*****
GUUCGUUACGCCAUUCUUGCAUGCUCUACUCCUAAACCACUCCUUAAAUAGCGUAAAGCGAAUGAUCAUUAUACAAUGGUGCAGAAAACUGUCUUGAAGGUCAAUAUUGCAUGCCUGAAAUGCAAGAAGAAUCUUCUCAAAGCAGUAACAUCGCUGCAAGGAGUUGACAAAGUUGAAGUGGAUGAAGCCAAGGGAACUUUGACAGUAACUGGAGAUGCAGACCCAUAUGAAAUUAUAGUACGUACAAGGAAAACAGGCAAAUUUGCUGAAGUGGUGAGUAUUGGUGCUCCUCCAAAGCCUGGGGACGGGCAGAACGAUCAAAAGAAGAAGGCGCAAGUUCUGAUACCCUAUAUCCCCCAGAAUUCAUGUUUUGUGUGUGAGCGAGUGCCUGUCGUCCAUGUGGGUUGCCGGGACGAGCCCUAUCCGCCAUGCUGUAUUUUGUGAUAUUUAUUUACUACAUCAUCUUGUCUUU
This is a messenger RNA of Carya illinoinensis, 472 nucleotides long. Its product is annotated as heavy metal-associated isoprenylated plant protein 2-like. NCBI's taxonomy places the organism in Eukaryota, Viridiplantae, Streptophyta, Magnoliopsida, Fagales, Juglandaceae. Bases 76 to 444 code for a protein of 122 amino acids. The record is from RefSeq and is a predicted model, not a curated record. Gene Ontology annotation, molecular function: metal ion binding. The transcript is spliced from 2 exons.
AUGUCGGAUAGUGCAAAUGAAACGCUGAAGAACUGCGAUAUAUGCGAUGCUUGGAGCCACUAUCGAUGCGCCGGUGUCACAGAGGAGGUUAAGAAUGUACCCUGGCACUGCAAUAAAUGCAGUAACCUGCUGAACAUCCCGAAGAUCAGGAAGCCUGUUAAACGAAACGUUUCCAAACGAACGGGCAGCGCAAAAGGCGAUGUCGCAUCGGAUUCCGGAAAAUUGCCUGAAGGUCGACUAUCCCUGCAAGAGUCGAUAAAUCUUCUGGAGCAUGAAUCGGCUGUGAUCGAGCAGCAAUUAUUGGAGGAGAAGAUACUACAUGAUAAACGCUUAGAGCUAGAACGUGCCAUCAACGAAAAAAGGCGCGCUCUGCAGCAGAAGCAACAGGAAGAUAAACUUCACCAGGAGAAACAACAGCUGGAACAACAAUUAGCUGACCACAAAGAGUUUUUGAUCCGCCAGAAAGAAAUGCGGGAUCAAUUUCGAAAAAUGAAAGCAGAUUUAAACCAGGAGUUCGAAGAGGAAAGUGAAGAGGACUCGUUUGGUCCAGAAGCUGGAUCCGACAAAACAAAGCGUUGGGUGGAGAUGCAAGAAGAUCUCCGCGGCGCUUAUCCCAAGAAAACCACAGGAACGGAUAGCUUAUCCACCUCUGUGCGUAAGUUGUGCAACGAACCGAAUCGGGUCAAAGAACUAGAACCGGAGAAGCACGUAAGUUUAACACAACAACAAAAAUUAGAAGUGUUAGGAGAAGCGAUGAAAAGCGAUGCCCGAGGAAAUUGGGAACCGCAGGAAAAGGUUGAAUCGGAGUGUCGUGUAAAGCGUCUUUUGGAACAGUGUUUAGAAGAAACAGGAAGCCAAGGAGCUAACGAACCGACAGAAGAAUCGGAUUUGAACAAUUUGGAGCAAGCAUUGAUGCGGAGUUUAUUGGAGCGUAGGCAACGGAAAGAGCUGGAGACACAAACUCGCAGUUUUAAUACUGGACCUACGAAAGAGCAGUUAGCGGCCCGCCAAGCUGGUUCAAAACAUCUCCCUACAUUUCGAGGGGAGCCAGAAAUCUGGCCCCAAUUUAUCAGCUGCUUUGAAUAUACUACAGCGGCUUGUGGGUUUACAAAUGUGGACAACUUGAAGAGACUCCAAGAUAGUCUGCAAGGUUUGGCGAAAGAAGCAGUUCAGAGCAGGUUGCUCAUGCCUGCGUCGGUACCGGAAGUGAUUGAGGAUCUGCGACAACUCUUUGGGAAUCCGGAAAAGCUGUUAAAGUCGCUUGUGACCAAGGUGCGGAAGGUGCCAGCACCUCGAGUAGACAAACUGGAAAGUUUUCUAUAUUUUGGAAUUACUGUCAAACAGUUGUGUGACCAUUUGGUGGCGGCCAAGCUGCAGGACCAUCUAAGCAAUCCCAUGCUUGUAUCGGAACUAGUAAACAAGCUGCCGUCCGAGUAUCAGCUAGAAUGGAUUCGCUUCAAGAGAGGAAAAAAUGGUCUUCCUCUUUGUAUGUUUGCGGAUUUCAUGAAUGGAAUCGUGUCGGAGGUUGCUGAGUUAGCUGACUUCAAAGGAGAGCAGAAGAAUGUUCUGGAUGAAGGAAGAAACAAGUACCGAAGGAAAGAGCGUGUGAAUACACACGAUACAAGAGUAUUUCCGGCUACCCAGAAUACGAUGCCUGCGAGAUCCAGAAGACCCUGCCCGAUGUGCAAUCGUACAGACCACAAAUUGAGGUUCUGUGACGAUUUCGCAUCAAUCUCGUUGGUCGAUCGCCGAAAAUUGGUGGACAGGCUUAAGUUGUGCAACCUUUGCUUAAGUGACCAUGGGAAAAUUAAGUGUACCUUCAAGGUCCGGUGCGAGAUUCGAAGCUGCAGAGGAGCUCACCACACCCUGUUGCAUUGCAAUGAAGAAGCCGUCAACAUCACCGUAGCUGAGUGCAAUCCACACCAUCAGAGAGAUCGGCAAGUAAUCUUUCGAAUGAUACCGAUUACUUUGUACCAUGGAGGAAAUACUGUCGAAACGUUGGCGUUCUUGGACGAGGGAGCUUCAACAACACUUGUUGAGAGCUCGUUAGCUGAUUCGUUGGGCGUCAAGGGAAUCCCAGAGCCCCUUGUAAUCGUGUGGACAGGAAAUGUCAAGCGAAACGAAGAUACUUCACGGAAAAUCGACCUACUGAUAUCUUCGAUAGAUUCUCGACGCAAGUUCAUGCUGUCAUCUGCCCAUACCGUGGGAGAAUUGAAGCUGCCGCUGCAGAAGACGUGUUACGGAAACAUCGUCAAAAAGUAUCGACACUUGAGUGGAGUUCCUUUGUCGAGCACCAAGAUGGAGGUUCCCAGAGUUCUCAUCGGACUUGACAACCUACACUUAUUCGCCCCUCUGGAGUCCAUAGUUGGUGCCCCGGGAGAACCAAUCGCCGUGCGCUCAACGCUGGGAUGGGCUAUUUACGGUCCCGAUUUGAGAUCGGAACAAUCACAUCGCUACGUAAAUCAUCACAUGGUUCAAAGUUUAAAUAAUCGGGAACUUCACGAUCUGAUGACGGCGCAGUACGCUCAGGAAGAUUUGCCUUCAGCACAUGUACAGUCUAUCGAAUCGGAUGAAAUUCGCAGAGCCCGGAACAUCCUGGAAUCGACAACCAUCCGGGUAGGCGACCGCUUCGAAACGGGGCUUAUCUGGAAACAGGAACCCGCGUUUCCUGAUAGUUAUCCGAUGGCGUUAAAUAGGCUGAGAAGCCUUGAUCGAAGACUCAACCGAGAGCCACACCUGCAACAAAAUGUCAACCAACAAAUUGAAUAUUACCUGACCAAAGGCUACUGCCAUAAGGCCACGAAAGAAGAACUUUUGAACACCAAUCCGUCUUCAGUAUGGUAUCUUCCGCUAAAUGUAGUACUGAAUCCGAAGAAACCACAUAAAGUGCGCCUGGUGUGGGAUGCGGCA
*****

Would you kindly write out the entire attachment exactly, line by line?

GUUCGUUACGCCAUUCUUGCAUGCUCUACUCCUAAACCACUCCUUAAAUAGCGUAAAGCGAAUGAUCAUUAUACAAUGGUGCAGAAAACUGUCUUGAAGGUCAAUAUUGCAUGCCUGAAAUGCAAGAAGAAUCUUCUCAAAGCAGUAACAUCGCUGCAAGGAGUUGACAAAGUUGAAGUGGAUGAAGCCAAGGGAACUUUGACAGUAACUGGAGAUGCAGACCCAUAUGAAAUUAUAGUACGUACAAGGAAAACAGGCAAAUUUGCUGAAGUGGUGAGUAUUGGUGCUCCUCCAAAGCCUGGGGACGGGCAGAACGAUCAAAAGAAGAAGGCGCAAGUUCUGAUACCCUAUAUCCCCCAGAAUUCAUGUUUUGUGUGUGAGCGAGUGCCUGUCGUCCAUGUGGGUUGCCGGGACGAGCCCUAUCCGCCAUGCUGUAUUUUGUGAUAUUUAUUUACUACAUCAUCUUGUCUUU
This is a messenger RNA of Carya illinoinensis, 472 nucleotides long. Its product is annotated as heavy metal-associated isoprenylated plant protein 2-like. NCBI's taxonomy places the organism in Eukaryota, Viridiplantae, Streptophyta, Magnoliopsida, Fagales, Juglandaceae. Bases 76 to 444 code for a protein of 122 amino acids. The record is from RefSeq and is a predicted model, not a curated record. Gene Ontology annotation, molecular function: metal ion binding. The transcript is spliced from 2 exons.
AUGUCGGAUAGUGCAAAUGAAACGCUGAAGAACUGCGAUAUAUGCGAUGCUUGGAGCCACUAUCGAUGCGCCGGUGUCACAGAGGAGGUUAAGAAUGUACCCUGGCACUGCAAUAAAUGCAGUAACCUGCUGAACAUCCCGAAGAUCAGGAAGCCUGUUAAACGAAACGUUUCCAAACGAACGGGCAGCGCAAAAGGCGAUGUCGCAUCGGAUUCCGGAAAAUUGCCUGAAGGUCGACUAUCCCUGCAAGAGUCGAUAAAUCUUCUGGAGCAUGAAUCGGCUGUGAUCGAGCAGCAAUUAUUGGAGGAGAAGAUACUACAUGAUAAACGCUUAGAGCUAGAACGUGCCAUCAACGAAAAAAGGCGCGCUCUGCAGCAGAAGCAACAGGAAGAUAAACUUCACCAGGAGAAACAACAGCUGGAACAACAAUUAGCUGACCACAAAGAGUUUUUGAUCCGCCAGAAAGAAAUGCGGGAUCAAUUUCGAAAAAUGAAAGCAGAUUUAAACCAGGAGUUCGAAGAGGAAAGUGAAGAGGACUCGUUUGGUCCAGAAGCUGGAUCCGACAAAACAAAGCGUUGGGUGGAGAUGCAAGAAGAUCUCCGCGGCGCUUAUCCCAAGAAAACCACAGGAACGGAUAGCUUAUCCACCUCUGUGCGUAAGUUGUGCAACGAACCGAAUCGGGUCAAAGAACUAGAACCGGAGAAGCACGUAAGUUUAACACAACAACAAAAAUUAGAAGUGUUAGGAGAAGCGAUGAAAAGCGAUGCCCGAGGAAAUUGGGAACCGCAGGAAAAGGUUGAAUCGGAGUGUCGUGUAAAGCGUCUUUUGGAACAGUGUUUAGAAGAAACAGGAAGCCAAGGAGCUAACGAACCGACAGAAGAAUCGGAUUUGAACAAUUUGGAGCAAGCAUUGAUGCGGAGUUUAUUGGAGCGUAGGCAACGGAAAGAGCUGGAGACACAAACUCGCAGUUUUAAUACUGGACCUACGAAAGAGCAGUUAGCGGCCCGCCAAGCUGGUUCAAAACAUCUCCCUACAUUUCGAGGGGAGCCAGAAAUCUGGCCCCAAUUUAUCAGCUGCUUUGAAUAUACUACAGCGGCUUGUGGGUUUACAAAUGUGGACAACUUGAAGAGACUCCAAGAUAGUCUGCAAGGUUUGGCGAAAGAAGCAGUUCAGAGCAGGUUGCUCAUGCCUGCGUCGGUACCGGAAGUGAUUGAGGAUCUGCGACAACUCUUUGGGAAUCCGGAAAAGCUGUUAAAGUCGCUUGUGACCAAGGUGCGGAAGGUGCCAGCACCUCGAGUAGACAAACUGGAAAGUUUUCUAUAUUUUGGAAUUACUGUCAAACAGUUGUGUGACCAUUUGGUGGCGGCCAAGCUGCAGGACCAUCUAAGCAAUCCCAUGCUUGUAUCGGAACUAGUAAACAAGCUGCCGUCCGAGUAUCAGCUAGAAUGGAUUCGCUUCAAGAGAGGAAAAAAUGGUCUUCCUCUUUGUAUGUUUGCGGAUUUCAUGAAUGGAAUCGUGUCGGAGGUUGCUGAGUUAGCUGACUUCAAAGGAGAGCAGAAGAAUGUUCUGGAUGAAGGAAGAAACAAGUACCGAAGGAAAGAGCGUGUGAAUACACACGAUACAAGAGUAUUUCCGGCUACCCAGAAUACGAUGCCUGCGAGAUCCAGAAGACCCUGCCCGAUGUGCAAUCGUACAGACCACAAAUUGAGGUUCUGUGACGAUUUCGCAUCAAUCUCGUUGGUCGAUCGCCGAAAAUUGGUGGACAGGCUUAAGUUGUGCAACCUUUGCUUAAGUGACCAUGGGAAAAUUAAGUGUACCUUCAAGGUCCGGUGCGAGAUUCGAAGCUGCAGAGGAGCUCACCACACCCUGUUGCAUUGCAAUGAAGAAGCCGUCAACAUCACCGUAGCUGAGUGCAAUCCACACCAUCAGAGAGAUCGGCAAGUAAUCUUUCGAAUGAUACCGAUUACUUUGUACCAUGGAGGAAAUACUGUCGAAACGUUGGCGUUCUUGGACGAGGGAGCUUCAACAACACUUGUUGAGAGCUCGUUAGCUGAUUCGUUGGGCGUCAAGGGAAUCCCAGAGCCCCUUGUAAUCGUGUGGACAGGAAAUGUCAAGCGAAACGAAGAUACUUCACGGAAAAUCGACCUACUGAUAUCUUCGAUAGAUUCUCGACGCAAGUUCAUGCUGUCAUCUGCCCAUACCGUGGGAGAAUUGAAGCUGCCGCUGCAGAAGACGUGUUACGGAAACAUCGUCAAAAAGUAUCGACACUUGAGUGGAGUUCCUUUGUCGAGCACCAAGAUGGAGGUUCCCAGAGUUCUCAUCGGACUUGACAACCUACACUUAUUCGCCCCUCUGGAGUCCAUAGUUGGUGCCCCGGGAGAACCAAUCGCCGUGCGCUCAACGCUGGGAUGGGCUAUUUACGGUCCCGAUUUGAGAUCGGAACAAUCACAUCGCUACGUAAAUCAUCACAUGGUUCAAAGUUUAAAUAAUCGGGAACUUCACGAUCUGAUGACGGCGCAGUACGCUCAGGAAGAUUUGCCUUCAGCACAUGUACAGUCUAUCGAAUCGGAUGAAAUUCGCAGAGCCCGGAACAUCCUGGAAUCGACAACCAUCCGGGUAGGCGACCGCUUCGAAACGGGGCUUAUCUGGAAACAGGAACCCGCGUUUCCUGAUAGUUAUCCGAUGGCGUUAAAUAGGCUGAGAAGCCUUGAUCGAAGACUCAACCGAGAGCCACACCUGCAACAAAAUGUCAACCAACAAAUUGAAUAUUACCUGACCAAAGGCUACUGCCAUAAGGCCACGAAAGAAGAACUUUUGAACACCAAUCCGUCUUCAGUAUGGUAUCUUCCGCUAAAUGUAGUACUGAAUCCGAAGAAACCACAUAAAGUGCGCCUGGUGUGGGAUGCGGCA